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Uri Katz
  • Uri Katz
  • Philadelphia, PA
  • United States

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How do we make peace between Israel and Palestine?

Lets take it for granted that both sides are to blame in this conflict, and neither is going to disappear off the face of the earth any time soon.
Answers like "make love not war" would without a doubt work, but I am hoping for a little more substance.
If, like me, you think peace is only achievable in a distant future, but we have to begin working on it now, that is something I would like to hear, especially what we should be doing now.
If you know of a faster track to peace, all the better.

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Closing Statement from Uri Katz

I would like to personally thank all the participants in this conversation.
I think we all recognized the immense difficulty this problem poses. At the same time, most people acknowledged that there is plenty that can be done, not all hope is lost.
Here are a few answers I collected. This is not a summary, only a list of the suggestions I think have the greatest potential to lead to peace. Each stands on it own, but together they have the most power. If we start implementing these ideas, sooner or later the reality in the region will change and a more direct path to peace will become apparent:

1. Instead of broadcasting yet another suicide bomber, give peace a chance by trumpeting every peaceful attempt by both sides.

2. Deflate the issue so that people see it not as cultural & religious issue, but as a localized dispute over resources and land. Then we can ask what a just division of these would be.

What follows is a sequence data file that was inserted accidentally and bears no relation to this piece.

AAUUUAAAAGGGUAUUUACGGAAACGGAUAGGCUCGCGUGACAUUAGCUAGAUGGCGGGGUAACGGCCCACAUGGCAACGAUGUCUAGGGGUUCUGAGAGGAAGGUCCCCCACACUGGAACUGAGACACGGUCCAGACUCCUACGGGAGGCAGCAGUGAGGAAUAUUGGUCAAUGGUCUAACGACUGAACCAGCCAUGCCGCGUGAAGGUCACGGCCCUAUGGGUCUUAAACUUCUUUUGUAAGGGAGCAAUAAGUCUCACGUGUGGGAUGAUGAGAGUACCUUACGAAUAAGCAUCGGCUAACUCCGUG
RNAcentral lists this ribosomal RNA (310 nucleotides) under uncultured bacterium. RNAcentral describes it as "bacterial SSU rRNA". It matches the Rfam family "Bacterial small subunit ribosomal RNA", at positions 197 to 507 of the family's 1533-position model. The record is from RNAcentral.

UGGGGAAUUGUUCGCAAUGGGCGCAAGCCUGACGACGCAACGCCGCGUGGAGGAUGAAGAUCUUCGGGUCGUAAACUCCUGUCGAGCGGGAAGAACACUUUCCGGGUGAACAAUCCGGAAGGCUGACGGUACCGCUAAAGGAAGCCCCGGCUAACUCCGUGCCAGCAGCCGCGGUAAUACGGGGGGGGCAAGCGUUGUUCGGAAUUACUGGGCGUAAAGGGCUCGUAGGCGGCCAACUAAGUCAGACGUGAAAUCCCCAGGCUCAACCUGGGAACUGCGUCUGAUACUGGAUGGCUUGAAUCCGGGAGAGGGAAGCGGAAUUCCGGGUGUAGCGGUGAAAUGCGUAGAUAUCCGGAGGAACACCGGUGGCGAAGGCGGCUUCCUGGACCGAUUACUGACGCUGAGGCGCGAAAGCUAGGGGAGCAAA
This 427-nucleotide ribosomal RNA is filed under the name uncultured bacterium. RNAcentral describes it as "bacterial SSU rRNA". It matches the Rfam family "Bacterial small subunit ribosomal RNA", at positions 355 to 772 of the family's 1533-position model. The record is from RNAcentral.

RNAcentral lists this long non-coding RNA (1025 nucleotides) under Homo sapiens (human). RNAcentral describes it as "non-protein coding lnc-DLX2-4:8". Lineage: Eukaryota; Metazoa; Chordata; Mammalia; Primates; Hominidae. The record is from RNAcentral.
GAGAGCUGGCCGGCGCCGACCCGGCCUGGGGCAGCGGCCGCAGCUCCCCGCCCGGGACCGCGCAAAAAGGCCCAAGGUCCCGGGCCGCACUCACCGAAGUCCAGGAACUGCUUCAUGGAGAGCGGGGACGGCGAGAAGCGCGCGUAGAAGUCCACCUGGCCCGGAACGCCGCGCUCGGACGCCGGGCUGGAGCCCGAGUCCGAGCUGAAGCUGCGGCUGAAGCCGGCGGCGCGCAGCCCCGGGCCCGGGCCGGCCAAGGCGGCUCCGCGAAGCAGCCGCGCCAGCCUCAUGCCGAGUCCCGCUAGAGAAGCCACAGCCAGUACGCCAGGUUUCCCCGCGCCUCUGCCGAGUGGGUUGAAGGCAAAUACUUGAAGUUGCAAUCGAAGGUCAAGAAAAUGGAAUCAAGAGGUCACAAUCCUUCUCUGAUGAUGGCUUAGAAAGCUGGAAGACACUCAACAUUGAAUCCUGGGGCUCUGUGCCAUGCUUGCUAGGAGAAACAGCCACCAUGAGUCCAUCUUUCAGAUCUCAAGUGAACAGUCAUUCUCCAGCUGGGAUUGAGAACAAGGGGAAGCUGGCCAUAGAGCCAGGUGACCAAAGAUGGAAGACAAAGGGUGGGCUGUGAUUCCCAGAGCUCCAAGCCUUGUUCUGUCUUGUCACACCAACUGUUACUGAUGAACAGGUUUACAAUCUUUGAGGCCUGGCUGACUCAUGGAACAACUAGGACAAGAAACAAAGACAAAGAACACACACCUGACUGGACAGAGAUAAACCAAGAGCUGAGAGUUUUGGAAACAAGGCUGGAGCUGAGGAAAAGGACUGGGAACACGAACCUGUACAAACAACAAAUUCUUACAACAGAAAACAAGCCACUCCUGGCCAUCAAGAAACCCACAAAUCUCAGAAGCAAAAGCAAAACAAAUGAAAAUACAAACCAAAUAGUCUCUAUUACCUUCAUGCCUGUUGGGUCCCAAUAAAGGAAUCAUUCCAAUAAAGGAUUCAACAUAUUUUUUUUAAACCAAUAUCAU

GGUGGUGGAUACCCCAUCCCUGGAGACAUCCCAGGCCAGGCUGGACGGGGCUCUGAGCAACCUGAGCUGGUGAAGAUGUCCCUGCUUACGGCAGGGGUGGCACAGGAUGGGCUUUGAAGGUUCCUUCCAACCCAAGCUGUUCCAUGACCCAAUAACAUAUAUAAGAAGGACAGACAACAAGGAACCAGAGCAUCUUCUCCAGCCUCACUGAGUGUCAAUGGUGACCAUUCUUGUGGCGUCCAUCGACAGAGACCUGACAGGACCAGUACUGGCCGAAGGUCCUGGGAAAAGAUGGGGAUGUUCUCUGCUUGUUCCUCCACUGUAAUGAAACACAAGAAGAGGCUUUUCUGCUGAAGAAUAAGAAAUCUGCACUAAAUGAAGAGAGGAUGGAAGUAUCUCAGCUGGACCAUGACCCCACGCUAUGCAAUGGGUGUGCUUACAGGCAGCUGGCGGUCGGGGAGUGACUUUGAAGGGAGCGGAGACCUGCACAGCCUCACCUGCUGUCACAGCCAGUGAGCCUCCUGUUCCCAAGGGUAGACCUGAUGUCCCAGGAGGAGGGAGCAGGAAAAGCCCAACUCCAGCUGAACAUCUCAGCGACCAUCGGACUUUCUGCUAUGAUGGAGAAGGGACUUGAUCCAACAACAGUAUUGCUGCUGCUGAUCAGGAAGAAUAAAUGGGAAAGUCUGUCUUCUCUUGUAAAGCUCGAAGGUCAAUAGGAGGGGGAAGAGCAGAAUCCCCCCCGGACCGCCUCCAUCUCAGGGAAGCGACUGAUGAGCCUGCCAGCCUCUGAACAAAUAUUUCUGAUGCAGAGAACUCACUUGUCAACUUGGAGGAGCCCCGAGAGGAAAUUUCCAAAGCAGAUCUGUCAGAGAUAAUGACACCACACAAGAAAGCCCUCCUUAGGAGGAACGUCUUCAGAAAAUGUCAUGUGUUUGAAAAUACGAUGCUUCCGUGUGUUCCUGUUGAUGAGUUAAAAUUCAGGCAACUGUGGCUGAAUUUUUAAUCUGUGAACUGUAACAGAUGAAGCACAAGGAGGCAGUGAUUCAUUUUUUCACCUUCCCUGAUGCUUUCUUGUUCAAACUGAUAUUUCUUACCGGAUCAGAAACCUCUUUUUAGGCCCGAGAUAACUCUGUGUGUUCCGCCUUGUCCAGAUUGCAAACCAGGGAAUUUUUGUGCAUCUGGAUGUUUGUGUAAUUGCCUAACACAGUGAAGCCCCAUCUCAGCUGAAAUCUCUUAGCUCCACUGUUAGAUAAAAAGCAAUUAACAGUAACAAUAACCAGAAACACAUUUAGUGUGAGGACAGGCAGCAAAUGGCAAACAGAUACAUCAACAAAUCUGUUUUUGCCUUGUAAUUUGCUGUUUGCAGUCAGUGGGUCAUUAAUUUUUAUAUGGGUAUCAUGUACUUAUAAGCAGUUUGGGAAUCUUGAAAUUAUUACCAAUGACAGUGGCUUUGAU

3. Recruit moderate religious leader.

4. Understand the other side as best as possible. How are they different? How we are they similar? Make sure your education is fact based and not propaganda.

5. Teach and practice forgiveness, which is key to all true conflict resolution
Also practice: Tolerance, Compassion, Acceptance, Appreciation

6. Remove all hate, and all us-them mentality, from school syllabuses.

7. Both side need to stop looking at themselves as victims. They are not victims of each other or of the larger world. They should take responsibility for their lives and actions.

8. The blame game does not help.

9. Historical arguments are usually used to advance one sided justification for violence and war, as such they are ineffective in the struggle toward peace.

10. Create joint projects such as competitive sporting events.

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    Feb 8 2013: "We" cannot "make peace between Israel and Palestine."